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Digging Out of the A's Massive Hole

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Is there enough time left for the A's to make a run at the postseason if their luck turns around?

How do the A's get from Abad to Agood?
How do the A's get from Abad to Agood?
Jennifer Nicholson-USA TODAY Sports
By basically any measure, the 2015 Oakland A's have been incredibly unlucky. While Dave Cameron at Fangraphs and Jonah Keri at Grantland both wrote articles covering this yesterday, here are just some of the "fun" (read: AHHHH MY EYES) facts about how unlucky the team has been thus far:

* According to the team's run differential (-4), the A's expected record to this point is 17-17. The A's have underplayed their run differential by 5 wins in just 34 games

* According to FanGraphs' BaseRuns, a measure of the expected runs scored for and against a team assuming their hits, walks, and errors were grouped randomly, the A's expected record at to this point is 18-16. The A's have underplayed their expected BaseRuns win percentage by 6 wins in just 34 games

* Despite mounds of evidence that a team's performance in close games is entirely random, the A's are now an astounding 1-11 in 1-run games. They are also 0-6 in extra inning games

* According to the FanGraphs Clutch Index, which measures team performance relative to the situation, A's pitching is 30th out of 30 teams at performance in high-leverage situations. A's hitting is a mere 23rd out of 30 in Clutch Index.

The fact is though, that the A's don't have the 18-16 or even 17-17 record we'd expect them to have; that 12-22 record is banked and set in stone. And while the A's luck is bound to improve (it's almost impossible for it not to improve since it's been so terrible), making some noise in getting to the postseason might already be a stretch despite the fact that it's early May.

The A's Path to the Postseason

The good news: with the advent of the 2nd wild-card slot, 5 teams out of 15 in each league make the postseason. It's easier than ever to make it with a slightly-above average team. Last year, the A's made it with just 88 wins.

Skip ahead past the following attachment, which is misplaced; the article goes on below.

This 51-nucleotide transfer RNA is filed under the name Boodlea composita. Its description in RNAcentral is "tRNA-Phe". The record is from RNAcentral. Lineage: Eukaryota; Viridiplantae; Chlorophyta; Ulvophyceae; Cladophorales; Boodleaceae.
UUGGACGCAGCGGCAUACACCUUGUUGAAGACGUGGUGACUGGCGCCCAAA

The bad news: even if the A's play to their talent the rest of the season, 88 wins might be a pipe dream.

Like I said earlier, the A's horrible luck is very unlikely to continue: it's likely to regress to the mean. However, this does not mean that it will be balanced out by an equal stretch of *good* luck. It merely means we can expect the A's to revert to expectations moving forward. If you flip a coin and get six heads in a row, you're not more likely to get a tails on the next flip because you're "due" (this is known as the Gambler's Fallacy). Instead, you're more likely to go back to a regular assortment of heads and tails. In other words, you'd expect the A's to play to their talent level moving forward.

So. 88 wins. How do we get there? Moving forward, the A's would have to go 76-52 to reach 88 wins. That's a .593 record for the rest of the year, or a 96 win pace for a full season. While I think this A's team is actually slightly above average (and most of the projections systems had their win% at between .500 and .520 before the season started), I don't think 96 wins is its true talent level. So in order to get there, the A's luck not only needs to turn around, but swing in full force in the opposite direction... and that's just to get to 88 wins. Winning the division is probably a total fantasy at this point.

Could the A's make an insane run to the postseason? Sure, and they've done it before. But even this early in the season their deficit is so large that even with lots of luck they're going to have a hell of a time getting there.